GBA Logo horizontal Facebook LinkedIn Email Pinterest Twitter Instagram YouTube Icon Navigation Search Icon Main Search Icon Video Play Icon Plus Icon Minus Icon Picture icon Hamburger Icon Close Icon Sorted

Community and Q&A

Boiler cycling on and off with a low-flow shower head

Bert Matter | Posted in GBA Pro Help on

Just wondering if anyone has come across this before. I have a Baxi Luna 310 fi modulating boiler for both in-floor heating & domestic hot water (35,000-105,000 Btu). With a low-flow shower head (approx. 6 litres / minute), the shower water goes from hot to cold constantly. I noticed the boiler cycles on and off the same way. The boiler requires a minimum flow rate of 11 litres / minute to prevent it from cycling on and off.

I know I could install a wasteful minimum 11 litres / minute shower head or maybe a small buffering tank 5 or 10 gallons ? so the water would maintain a constant temperature. Here in Ontario the building code requires hot water storage tanks to maintain 140 degrees F to prevent Legionnaires disease.

Any advice would be appreciated!

GBA Prime

Join the leading community of building science experts

Become a GBA Prime member and get instant access to the latest developments in green building, research, and reports from the field.


  1. GBA Editor
    Martin Holladay | | #1

    Yes, many people have encountered this problem. It's one reason that I usually advise anyone who asks about tankless water heaters that they will probably be happier with an old-fashioned tank-type heater.

    Tankless water heater manufacturers have been trying to address this problem by introducing new models that stay lit at lower flow rates. Evidently the Baxi Luna is a unit to avoid.

    You might call the manufacturer's technical help line to see if they have any suggestions (or at least to register your complaint).

    Possible solutions include swapping the unit out for a different model that handles low flows better, or installing a 5-gallon electric-resistance buffer tank.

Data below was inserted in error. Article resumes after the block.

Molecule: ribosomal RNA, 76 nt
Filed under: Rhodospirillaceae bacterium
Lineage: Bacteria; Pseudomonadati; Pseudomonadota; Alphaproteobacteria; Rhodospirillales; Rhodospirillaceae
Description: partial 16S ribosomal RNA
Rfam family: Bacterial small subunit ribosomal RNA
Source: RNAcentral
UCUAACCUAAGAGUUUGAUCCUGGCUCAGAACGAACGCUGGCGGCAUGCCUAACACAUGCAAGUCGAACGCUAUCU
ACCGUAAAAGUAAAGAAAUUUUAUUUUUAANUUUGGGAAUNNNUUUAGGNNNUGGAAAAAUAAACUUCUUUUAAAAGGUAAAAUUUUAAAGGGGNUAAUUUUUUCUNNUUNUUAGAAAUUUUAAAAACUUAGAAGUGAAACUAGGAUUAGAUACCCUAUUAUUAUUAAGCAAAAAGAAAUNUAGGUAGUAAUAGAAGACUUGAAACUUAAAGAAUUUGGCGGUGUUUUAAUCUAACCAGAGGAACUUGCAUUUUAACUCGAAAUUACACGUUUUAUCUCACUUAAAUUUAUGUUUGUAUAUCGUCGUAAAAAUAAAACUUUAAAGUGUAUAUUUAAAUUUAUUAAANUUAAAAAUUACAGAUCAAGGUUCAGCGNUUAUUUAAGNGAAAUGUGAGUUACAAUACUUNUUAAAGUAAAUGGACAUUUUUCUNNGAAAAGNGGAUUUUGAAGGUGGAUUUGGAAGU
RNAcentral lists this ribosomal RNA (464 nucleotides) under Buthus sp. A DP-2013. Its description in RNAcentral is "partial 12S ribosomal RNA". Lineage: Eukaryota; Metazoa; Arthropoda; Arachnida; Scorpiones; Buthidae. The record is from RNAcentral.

2. Keith Gustafson | | #2

    I wonder if anyone has tried using a thermostatically balanced shower valve in this situation. It would seem like it would help. If you turned the shower [with your current valve] on full hot and it maintained temp I think it would work.

  3. Aj Builder, Upstate NY Zone 6a | | #3

    The obvious solution.... Remove restrictor on the shower head. There is no shortage of water where I live.

  4. GBA Editor
    Martin Holladay | | #4

    Your solution will work -- assuming that the showerhead has a removable flow restrictor. But the net result will be higher energy bills than would be the case if the water heater operated properly and the low-flow showerhead could be used as designed.

  5. Bert Matter | | #5

    correction on minimum flow rate for the boiler to remain on is 2.5 litres / minute, not 11.
    While the shower is on, it uses 6 L / minute with the shower tap set midway between
    hot & cold. So I did an experiment. With the shower set full to hot, the boiler remained on the entire time, but the shower temperature was too hot. The solution : the boiler has a domestic hot water temperature control dial. I had it set to max , so when I turned it down , the effect on the shower
    was that I had to turn the shower dial almost all the way to the hot side. This in turn meant I had met the minimum 2.5 litre/ minute for the boiler to remain on.

  6. Expert Member
    Dana Dorsett | | #6

    The Baxi Luna is something of a pig in this regard. There are MANY tankless water heaters that modulate down to under half the 35.4 KBTU/hr min-mod fire of the Luna 310.

    I've seen similar issues with low-end Bosch tankless on-demand hot water units of 15-18 years ago- the min-fire output is simply too high for low flow rates at comfortable showering delta-Ts. There is no solution other than higher flow or buffering tanks- the excess heat has to go somewhere. Most Asian tankless units will modulate down to under 20KBTU/hr some under 10KBTU/hr.

    The standby loss of a buffer tank would be pretty low compared to the efficiency hit of doubling the hot water flow in the shower, but from a sheer economics point of view it's probably a payoff == never sort of deal.

Log in or create an account to post an answer.


Recent Questions and Replies

  • |
  • |
  • |
  • |